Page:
Following revelations from a child abuse case involving a former Calgary teacher, Alberta’s education minister said she plans to remove the disciplinary process role from the Alberta Teachers’ Association.
According to a news release Thursday, Education Minister Adriana LaGrange has directed her staff to draft legislation to be tabled in the spring that will separate the teacher disciplinary process from the mandate and functions of the ATA.
LaGrange said the ATA will also need to notify the registrar at Alberta Education of all complaints about the union’s membership when they are filed.
“Like many Albertans, I was horrified when I first read the details of allegations brought forward regarding a former Calgary Board of Education teacher,” LaGrange said in a statement. “I was also appalled that the Alberta Teachers’ Association did not believe they had an obligation to report its disciplinary findings to police.”
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Michael Gregory, a former teacher at the Calgary Board of Education, was charged in February with 17 counts of sexual assault and sexual exploitation.
The case never made it to trial as just days later, police said Gregory had died and his death was not believed to be criminal.
Last week, three former students of Gregory’s filed a $40-million class-action lawsuit alleging abuse by Gregory.
The statement of claim also alleges administrators and staff with the public school board were aware of the accusations but did nothing.
Gregory’s teaching licence was suspended in 2006 following an ATA investigation and the claim alleges the findings were never reported to police.
“Unfortunately, this episode clearly demonstrates that the ATA failed to protect students from a predatory teacher,” LaGrange said.
“As the minister of education, I consider it my moral obligation to do everything in my power to fix the broken system that has let our children and their families down for so long.”
The statement of claim has not been proven in court.
In response, the ATA called LaGrange’s proposals an attack “to dismantle Alberta’s teaching profession.”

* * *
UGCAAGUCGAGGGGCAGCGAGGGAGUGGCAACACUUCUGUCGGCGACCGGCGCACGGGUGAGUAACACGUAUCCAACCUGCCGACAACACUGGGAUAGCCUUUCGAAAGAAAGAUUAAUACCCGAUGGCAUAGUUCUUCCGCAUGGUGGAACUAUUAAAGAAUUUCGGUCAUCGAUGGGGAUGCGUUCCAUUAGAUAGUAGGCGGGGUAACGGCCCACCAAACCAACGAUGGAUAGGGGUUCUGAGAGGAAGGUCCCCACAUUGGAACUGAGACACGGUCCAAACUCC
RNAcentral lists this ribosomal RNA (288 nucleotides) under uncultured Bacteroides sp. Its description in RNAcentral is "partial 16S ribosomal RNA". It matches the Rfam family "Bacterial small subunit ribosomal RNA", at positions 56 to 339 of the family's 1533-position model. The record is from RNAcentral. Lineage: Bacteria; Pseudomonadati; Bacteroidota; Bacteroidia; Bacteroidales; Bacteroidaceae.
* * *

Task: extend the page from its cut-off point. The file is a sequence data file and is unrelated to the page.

ATA president Jason Schilling said the minister is “spinning” a 15-year-old discipline case as a “cover for the vindictive attack on teachers.”
“In this case, only one party did the job it was supposed to do, and that was the Alberta Teachers’ Association. As a result of our processes, this teacher was removed from the profession and never taught again,” Schilling said in a statement.
According to Schilling’s statement, the government also didn’t report the allegations against Gregory to police when the province received the report on the ATA disciplinary hearing.
“This is why teachers and an increasing number of ordinary Albertans just have no trust in this minister and the government’s agenda for education,” Schilling said.
The ATA shared a column from its executive secretary on its website as well.
“To begin with, while allegations of unprofessional conduct regarding Gregory were brought to the association’s attention 15 years ago, those allegations did not include the sexual offences with which he was more recently charged,” Dennis Theobald wrote.
“The allegations made in 2006 were serious, were substantiated through our investigation and led to the teacher being charged and ultimately found guilty,” he wrote.
In a statement to Global News, LaGrange’s office said she cannot speak for the actions of previous governments, and stood by the incoming changes.
“We cannot speak to the actions of previous ministers or governments, but this case has highlighted the fact that action needs to be taken to fix the broken process that failed to put students first,” a spokesperson with the education ministry wrote in a statement.
LaGrange said she would be updating Albertans on the situation as the work moves forward.
— with files from Global News’ Kaylen Small and The Canadian Press